Let’s move on to this Campton Hills based district in which five-term incumbent Barb Wojnicki has two Republican primary opponents, Robert Koonce and Austin Lawler. This three-way dynamic, of course, virtually guarantees her reelection.

With Lauzen supporting Koonce and Lawler’s late Friday afternoon entry, my suspicion was Wojnicki “encouraged” Lawler to enter the race as a “spoiler” who would split any vote against her. This morning, when I saw that Lawler’s signature sheets were notarized by 16th District board member, Mike Kenyon, those suspicions were confirmed.

The irony is, under former Chairman Karen McConnaughay’s reign, Wojnicki and Kenyon were on vastly different sides of the political fence. But when Kenyon got the Forest Preserve chairmanship over Wojnicki, she and Chairman Lauzen started drifting apart.

Enter Kenyon who, tired of being in the anti-Lauzen board minority, is helping a former enemy on the basis of her willingness to more frequently break from the Chairman. Those shifting political sands certainly make for some rather strange bedfellows, don’t they?

So the Chairman set up a Wojnicki primary opponent only to be trumped by another savvy political move. Though it means giving up that coveted first ballot spot, there’s often merit in waiting until the last minute to turn in your paperwork – it eliminates spoilers.

The thing is, though I’ve always liked Barb, the county board wasn’t meant to become a career. Like I said, she’s already served five terms, becoming less effective with each one. It’s time to give someone else a shot.

And former nuclear submarine captain Koonce is a magnificent candidate.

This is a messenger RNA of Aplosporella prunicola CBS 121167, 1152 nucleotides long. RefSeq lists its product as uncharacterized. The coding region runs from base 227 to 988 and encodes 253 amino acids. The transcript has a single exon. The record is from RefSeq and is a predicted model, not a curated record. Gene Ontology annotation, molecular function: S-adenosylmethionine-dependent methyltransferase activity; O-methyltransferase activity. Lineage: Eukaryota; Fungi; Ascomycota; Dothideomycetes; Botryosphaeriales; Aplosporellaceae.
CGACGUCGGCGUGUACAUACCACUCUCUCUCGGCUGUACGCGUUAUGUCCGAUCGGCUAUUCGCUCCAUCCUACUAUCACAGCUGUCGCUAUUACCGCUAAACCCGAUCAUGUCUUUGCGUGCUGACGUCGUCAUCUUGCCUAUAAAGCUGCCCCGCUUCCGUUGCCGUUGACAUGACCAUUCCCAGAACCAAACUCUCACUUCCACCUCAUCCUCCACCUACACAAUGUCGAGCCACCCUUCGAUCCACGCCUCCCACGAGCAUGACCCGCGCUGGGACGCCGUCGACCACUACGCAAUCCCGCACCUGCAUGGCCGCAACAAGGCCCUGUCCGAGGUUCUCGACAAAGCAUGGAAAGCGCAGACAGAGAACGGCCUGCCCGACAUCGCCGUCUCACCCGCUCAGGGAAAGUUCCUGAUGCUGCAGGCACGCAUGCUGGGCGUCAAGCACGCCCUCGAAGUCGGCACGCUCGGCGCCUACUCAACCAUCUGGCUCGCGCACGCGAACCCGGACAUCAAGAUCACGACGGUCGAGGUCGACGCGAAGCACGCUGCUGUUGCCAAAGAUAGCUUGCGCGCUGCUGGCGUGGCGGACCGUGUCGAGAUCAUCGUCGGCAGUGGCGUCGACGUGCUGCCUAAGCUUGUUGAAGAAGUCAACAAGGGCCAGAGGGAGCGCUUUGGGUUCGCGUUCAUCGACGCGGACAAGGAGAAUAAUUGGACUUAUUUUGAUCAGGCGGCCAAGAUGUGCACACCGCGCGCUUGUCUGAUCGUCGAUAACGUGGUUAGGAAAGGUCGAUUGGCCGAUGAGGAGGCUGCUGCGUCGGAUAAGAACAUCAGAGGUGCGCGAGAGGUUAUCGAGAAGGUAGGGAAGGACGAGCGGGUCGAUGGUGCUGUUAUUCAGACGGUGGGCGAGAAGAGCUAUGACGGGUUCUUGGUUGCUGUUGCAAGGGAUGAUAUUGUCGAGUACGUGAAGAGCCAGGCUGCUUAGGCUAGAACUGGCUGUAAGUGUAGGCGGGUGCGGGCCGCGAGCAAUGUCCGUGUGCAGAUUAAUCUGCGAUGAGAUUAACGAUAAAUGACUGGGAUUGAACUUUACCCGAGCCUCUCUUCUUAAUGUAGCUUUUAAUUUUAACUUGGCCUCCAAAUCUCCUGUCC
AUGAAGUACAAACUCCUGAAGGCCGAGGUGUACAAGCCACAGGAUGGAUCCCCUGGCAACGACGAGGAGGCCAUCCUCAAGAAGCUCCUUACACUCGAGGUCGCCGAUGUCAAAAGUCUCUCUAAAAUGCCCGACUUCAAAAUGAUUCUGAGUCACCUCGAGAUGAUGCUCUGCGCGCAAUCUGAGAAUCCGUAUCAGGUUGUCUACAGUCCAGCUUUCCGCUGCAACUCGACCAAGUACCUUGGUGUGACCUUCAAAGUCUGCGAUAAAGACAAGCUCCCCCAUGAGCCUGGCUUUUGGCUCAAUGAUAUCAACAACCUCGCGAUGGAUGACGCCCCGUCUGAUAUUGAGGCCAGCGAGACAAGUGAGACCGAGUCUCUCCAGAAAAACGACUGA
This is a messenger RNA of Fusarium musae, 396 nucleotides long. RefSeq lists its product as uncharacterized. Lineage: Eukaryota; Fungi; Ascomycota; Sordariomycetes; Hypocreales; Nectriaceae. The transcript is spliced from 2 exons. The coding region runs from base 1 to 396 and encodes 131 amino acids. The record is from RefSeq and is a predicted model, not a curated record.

But between her successful opposition to the proposed Maxxam rehab center and two primary opponents, Wojnicki will easily win a sixth term.

Meanwhile, in a clear case of political insanity, two Democratic contenders have entered the 15th District fray, Gerald Palmere of Elgin and Lucas Strom of Maple Park. While I certainly applaud the intestinal fortitude of anyone willing to throw their hat in the ring, and I’ve learned that Mr. Strom is an excellent candidate, no Democrat will EVER win any Campton Hills based seat of any kind.

I hope I wasn’t too subtle there.


District 17

Now, we swing around to Elgin where four-term incumbent Deb Allen faces newcomer Janice Bennett in the Democratic primary.

Once again, four terms is one too many (and Deb really isn’t a Democrat), but Bennett is supported by that wacky Elgin Township Democrat group, who are, in turn, supported by the former State Senator Mike Noland, Judge John Dalton and legend in his own mind, Rich Jacobs, posse.

And the last thing we need is any more of that group in any government position anywhere. But my opinion is immaterial here, because no one’s gonna beat Deb Allen – EVER!

She successfully switched parties when her district was remapped, something most candidates can’t pull off on their best day. She’s also a tireless worker who actually likes knocking on doors, and as I note in my impending ‘So You Wanna Win a Local Election’ book, Deb is the politest politician I’ve ever met.

And that’s an unbeatable combination.

She’s so engaging and so nice that, after one brief meeting with Deb, you’ll offer to start mowing her lawn for free.

There’s no Republican challenger in the heavily Democratic 17th District.


District 19

This northern Kane County district features two-term incumbent Kurt Kojzarek on the Republican side, and three Democratic candidates – Mohammed ‘Mo’ Iqbal, John ‘Jack’ Shales and Thomas Gibbons.

Iqbal has absolutely no shot because, having run for almost everything else and lost, he’s been tagged with the dreaded “perennial candidate” label. His name doesn’t help him either. Before you call me a racist, yet again, I don’t make the rules, I just report them.

Though the Shales name carries some weight in Elgin (Shales Parkway), John Shales is only distantly related to his more famous family member, Jack. His father, Jim, also ran for a number of offices, including county board, and lost. So, the “perennial candidate” albatross will likely hang around his neck as well.